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A Brief History of London 
Day/Time  Wednesday 9:00-10:20 
Location C-106
Session12 weeks 9/12
Limit: 25

This course is an abbreviated look at the West's most important city from prehistory until the present. We may use a few lectures from the Teaching Company, but primarily we will present short videos, artwork, photography and other interesting visual material.

Coordinator: Christine Johnston and David Johnston

Chris and David have coordinated several other A.L.L. courses on art history and science.




American Oligarchy 
Day/Time  Tuesday 9:00-10:20 
Location C-106
Session 12 weeks 9/11
Limit: 25

Throughout its history American politics has been defined by the tension between the oligarchic forces controlling our institutions and populists attempting to install new systems. We will inspect the nature of this tension by taking a close look at its components. We will encounter both populists and oligarchs in depth.

Coordinator: Stew Goodwin

After a 35 year career in the international investment business, Stew has been involved with many Cape organizations. For over a decade he has coordinated more than a dozen courses at A.L.L. and given five lectures.




Ancient Greek Civilization: Why the Greeks Matter 
Day/Time  Thursday 3:00-4:20 
Location C-106
Session12 weeks 9/13
Limit: 25

The Greeks enjoy a special place in the construction of Western Culture and identity such as democracy, poetry, tragedy, writing, philosophy, and many other features of cultural life. This series of 24 half-hour Great Courses lectures by Jeremy McInerney from UPenn, will cover the period from 600 to 400 BC and draw on numerous literary and archeological sources of Greek history and culture. Thomas Cahill's Sailing the Wine Dark Sea is recommended as an addition to these lectures. Discussion (as time allows) will follow the lectures.

Coordinator: Gershen Rosenblum

Gersh is a retired clinical psychologist who has coordinated several A.L.L. courses.




Franklin and Eleanor Roosevelt 
Day/Time  Tuesday 12:00-1:20 
Location C-106
Session12 weeks 9/11
Limit: 25

The story of Franklin and Eleanor Roosevelt is one of the greatest stories ever told. They were born to privilege, suffered extreme life traumas, and were reborn as two of the greatest humanitarian leaders the U.S. and the world have ever known. They led the U.S. through the Great Depression and World War II. The class will consist of a mixture of videos, discussions, reading, class participation, and lectures. The texts for the course will be No Ordinary Time by Doris Kearns Goodwin and/or FDR by Jean Edward Smith

Coordinator: Rick Kornblum

Rick holds engineering and business degrees from Dartmouth College. He had a long career as an engineering manager. He is an amateur historian and an avid student of FDR.




History of Radio and Television 
Day/Time  Monday 10:30-11:50 
Location C-106
SessionFirst 6 weeks 9/10
Limit: 25

This course will examine the historical development of broadcasting from the invention of radio to the creation of radio programming, to the era dominated by over-the-air television broadcasts, to contemporary distribution of programming via cable, satellite, and the Internet. The class will also consider the ways technological innovations have influenced programming and the socio-political impact of electronic media. Selected articles will be made available on-line.

Coordinator: Christopher Outwin

Chris earned a doctorate in educational media and technology from Boston University. He taught media courses at Emerson College, Ithaca College, and DePaul University. He is the former owner of WXGL FM Radio in Maine.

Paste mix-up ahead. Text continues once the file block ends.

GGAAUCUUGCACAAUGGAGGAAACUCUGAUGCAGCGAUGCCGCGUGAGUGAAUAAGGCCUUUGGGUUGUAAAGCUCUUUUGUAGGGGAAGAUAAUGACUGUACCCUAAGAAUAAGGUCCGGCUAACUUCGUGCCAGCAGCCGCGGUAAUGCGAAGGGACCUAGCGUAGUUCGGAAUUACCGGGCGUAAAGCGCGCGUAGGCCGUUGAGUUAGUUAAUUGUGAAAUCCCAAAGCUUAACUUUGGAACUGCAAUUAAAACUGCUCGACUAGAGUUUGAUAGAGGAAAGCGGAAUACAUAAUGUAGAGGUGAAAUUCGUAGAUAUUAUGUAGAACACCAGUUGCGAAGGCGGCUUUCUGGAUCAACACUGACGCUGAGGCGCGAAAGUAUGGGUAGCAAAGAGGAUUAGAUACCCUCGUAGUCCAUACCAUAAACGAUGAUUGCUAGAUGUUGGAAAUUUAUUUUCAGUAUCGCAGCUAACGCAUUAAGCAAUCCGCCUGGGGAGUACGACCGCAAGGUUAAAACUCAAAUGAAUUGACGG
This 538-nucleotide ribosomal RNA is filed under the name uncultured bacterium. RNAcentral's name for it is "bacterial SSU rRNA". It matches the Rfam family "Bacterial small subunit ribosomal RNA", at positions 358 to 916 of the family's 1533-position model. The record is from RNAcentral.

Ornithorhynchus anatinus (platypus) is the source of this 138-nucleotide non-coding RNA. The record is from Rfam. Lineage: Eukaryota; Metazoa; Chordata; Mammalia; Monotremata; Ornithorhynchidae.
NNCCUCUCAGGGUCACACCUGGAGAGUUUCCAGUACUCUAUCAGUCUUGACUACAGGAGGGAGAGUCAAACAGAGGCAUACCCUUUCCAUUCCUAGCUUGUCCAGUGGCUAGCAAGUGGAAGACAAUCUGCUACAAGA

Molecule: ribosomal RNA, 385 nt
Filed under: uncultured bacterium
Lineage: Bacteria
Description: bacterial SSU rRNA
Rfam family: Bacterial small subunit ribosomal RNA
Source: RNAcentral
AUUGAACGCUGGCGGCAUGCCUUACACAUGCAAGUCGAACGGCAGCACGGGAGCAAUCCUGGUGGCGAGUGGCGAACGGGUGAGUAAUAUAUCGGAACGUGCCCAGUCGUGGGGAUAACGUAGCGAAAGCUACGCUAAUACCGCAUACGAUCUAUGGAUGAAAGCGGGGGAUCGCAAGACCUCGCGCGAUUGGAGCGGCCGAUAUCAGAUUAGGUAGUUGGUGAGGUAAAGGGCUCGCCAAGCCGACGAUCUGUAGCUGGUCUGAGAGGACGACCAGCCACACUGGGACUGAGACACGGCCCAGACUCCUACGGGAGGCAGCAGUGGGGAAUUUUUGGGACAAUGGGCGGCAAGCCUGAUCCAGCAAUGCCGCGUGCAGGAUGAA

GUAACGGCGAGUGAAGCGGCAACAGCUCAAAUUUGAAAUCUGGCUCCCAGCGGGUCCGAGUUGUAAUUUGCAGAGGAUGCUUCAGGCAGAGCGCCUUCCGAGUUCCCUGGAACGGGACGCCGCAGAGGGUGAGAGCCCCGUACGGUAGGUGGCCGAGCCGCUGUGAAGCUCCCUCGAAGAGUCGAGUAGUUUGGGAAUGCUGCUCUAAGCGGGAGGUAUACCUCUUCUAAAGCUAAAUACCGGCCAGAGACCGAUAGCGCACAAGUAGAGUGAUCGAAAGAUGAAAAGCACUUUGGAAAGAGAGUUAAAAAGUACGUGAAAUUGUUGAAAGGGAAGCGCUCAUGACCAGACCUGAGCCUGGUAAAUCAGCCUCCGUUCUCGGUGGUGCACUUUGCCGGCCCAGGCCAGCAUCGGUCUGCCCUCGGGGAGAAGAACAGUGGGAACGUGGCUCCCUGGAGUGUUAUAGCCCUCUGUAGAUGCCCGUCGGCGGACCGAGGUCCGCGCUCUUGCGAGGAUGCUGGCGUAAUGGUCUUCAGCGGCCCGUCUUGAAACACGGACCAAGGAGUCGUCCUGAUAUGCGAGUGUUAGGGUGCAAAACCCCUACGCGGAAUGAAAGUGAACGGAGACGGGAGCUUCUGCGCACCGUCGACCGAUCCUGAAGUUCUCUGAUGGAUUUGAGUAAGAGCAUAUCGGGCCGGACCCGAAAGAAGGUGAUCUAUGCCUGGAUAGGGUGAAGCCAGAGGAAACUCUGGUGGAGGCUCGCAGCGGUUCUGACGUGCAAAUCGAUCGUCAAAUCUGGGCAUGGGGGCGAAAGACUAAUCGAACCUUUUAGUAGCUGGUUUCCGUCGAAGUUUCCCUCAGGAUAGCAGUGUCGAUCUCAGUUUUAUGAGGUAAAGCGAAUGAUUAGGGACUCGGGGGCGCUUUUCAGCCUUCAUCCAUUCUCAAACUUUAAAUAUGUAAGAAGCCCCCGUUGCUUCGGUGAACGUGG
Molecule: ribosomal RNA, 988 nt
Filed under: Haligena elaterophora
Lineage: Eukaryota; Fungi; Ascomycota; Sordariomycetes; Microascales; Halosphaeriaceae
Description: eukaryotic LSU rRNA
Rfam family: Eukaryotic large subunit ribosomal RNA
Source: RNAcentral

History of Rock and Roll: The 50s and 60s 
Day/Time  Monday 12:00-1:20 
Location C-106
Session12 weeks 9/10
Limit: 25

Rock and Roll was everything the suburban 1950s was not. While parents were listening to Frank Sinatra, Perry Como, and others, their children were moving to a new beat, and by the end of the 50s, rock and roll helped define the boundary between youth and adulthood. The 1960s saw the emergence of more and more new artists who were developing different genres under the umbrella of rock and roll: Motown, Surf Music, Girl Groups, and the British Invasion. By the end of the 1960s, rock and roll would be a genuine force of cultural and political consequence

Coordinator: Lew Taylor

Lew is a retired public librarian and has a BA and MA in American History. Lew has taught many courses at A.L.L. and is the owner of I Cannot Live Without Books in West Dennis.




Jewish Resistance During the Holocaust 
Day/Time  Tuesday 10:30-11:50 
Location Bridgewater SU, S. Yarmouth
Session Second 6 weeks 10/23
Limit: 25

When I was teaching the holocaust in high school, a student asked, 'Why did the Jews not resist?' The answer was they did, but that was not admitted by the Germans and it failed to get into most history textbooks. This course will deal with the most dramatic of Jewish resistance efforts in the death camps of Sobibor, Treblinka, Belzec, Auschwitz and Theresienstadt (Terezin). This history is mostly hidden and as a result has led to the perpetuation of unfortunate myths.

Coordinator: Jim Perry

Jim Perry has offered history courses to A.L.L. for over 12 years.




New England in the American Revolution 
Day/Time  Wednesday 10:30-11:50 
Location C-115
Session Second 6 weeks 10/24
Limit: 25

This course will present a series of 6 lectures on why the American Revolution began in Boston, the Boston Massacre, the Boston Tea Party, Cape Cod and the American Revolution, John and Abigail Adams, and Benedict Arnold.

Coordinator: Jim Sefcik

Jim has taught A.L.L courses at the Cape and in New York. He trained as an 18th-century American historian and retired as Director of the Louisiana State Museum in 2004. He has taught both graduate and undergraduate courses on the American Revolution.